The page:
Photography has “presented itself with all the appearance of a ‘symbolic communication without syntax’” (Bourdieu, 1965).  This is something to ponder quite seriously. As human beings continue to evolve, why are we currently communicating more and more with images rather than words and syntax? “We are all photographers now” is a sentence I have read repeatedly in various articles about photography and the Internet. Why are we  all communicating with a language which, without the shape and form of spoken or written words, taps into our base, pre-conscious, pre-history selves?

And as far as the Internet goes; we have created a vast, digital-realization of the super-brain organism.  And the Internet is awash with images. The Spectacle, described by the Situationists, “is not a collection of images, but a social relation among people, mediated by images”. (Debord, 1967). The Internet is The Spectacle digitised.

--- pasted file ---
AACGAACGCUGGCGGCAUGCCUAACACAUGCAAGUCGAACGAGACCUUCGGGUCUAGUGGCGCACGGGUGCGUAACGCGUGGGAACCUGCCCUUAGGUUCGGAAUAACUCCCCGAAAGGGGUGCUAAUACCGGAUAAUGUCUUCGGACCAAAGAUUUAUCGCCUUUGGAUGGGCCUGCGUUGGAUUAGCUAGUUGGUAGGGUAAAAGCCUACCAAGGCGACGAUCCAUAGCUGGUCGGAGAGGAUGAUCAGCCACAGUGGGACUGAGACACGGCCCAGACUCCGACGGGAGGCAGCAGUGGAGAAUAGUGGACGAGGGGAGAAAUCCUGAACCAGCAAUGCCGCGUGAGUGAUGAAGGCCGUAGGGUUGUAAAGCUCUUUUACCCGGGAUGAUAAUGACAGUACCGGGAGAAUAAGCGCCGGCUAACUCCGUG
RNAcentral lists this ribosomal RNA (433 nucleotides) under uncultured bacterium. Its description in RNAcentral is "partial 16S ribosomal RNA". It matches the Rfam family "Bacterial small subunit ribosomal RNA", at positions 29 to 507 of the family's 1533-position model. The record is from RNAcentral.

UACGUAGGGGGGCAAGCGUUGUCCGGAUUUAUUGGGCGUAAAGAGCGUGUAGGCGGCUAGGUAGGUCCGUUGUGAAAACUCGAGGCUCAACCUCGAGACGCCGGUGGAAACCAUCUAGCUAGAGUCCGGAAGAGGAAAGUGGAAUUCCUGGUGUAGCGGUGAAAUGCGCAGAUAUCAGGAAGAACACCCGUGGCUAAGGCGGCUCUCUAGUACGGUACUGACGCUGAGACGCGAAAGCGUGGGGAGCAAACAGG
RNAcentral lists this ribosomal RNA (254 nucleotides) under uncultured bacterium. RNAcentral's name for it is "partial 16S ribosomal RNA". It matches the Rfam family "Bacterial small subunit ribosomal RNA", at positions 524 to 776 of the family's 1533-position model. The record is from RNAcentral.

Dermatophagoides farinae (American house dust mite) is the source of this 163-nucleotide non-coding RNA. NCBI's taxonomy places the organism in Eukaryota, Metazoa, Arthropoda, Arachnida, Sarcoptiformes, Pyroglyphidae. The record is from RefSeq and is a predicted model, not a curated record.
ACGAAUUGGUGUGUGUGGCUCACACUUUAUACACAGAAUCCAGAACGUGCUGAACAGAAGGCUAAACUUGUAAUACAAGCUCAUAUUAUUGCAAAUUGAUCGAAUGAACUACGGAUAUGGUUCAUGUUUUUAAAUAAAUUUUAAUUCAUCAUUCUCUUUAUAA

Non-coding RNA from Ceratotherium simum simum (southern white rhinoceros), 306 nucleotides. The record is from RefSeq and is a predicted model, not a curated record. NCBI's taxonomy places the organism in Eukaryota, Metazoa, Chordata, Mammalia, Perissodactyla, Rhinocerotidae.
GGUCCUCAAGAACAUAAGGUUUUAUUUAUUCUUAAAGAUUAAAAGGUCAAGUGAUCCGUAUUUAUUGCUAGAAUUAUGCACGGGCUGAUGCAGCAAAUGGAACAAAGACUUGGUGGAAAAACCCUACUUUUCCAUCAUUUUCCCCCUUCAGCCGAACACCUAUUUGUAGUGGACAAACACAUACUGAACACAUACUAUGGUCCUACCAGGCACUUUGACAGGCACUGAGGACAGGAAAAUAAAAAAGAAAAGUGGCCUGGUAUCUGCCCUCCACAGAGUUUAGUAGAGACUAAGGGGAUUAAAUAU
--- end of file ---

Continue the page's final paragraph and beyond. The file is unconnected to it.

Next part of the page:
I have watched a lot of videos on YouTube about The Situationists over the last few days and also read some of (but not all quite yet) The Society of the Spectacle. I LOVE the ideas and would dearly like to see a copy of Guy Debord’s Mémoires and wonder what those people would have made of the present state of the world. Everything I’ve come across so far seems incredibly prescient and accurate in relation to today. But as I absorb the ideas I keep thinking about chickens and eggs.

Which comes first? The images or the society?  They are borne out of each-other and feed into each-other. And the continuous back and forth flow between the two become self-prophesising.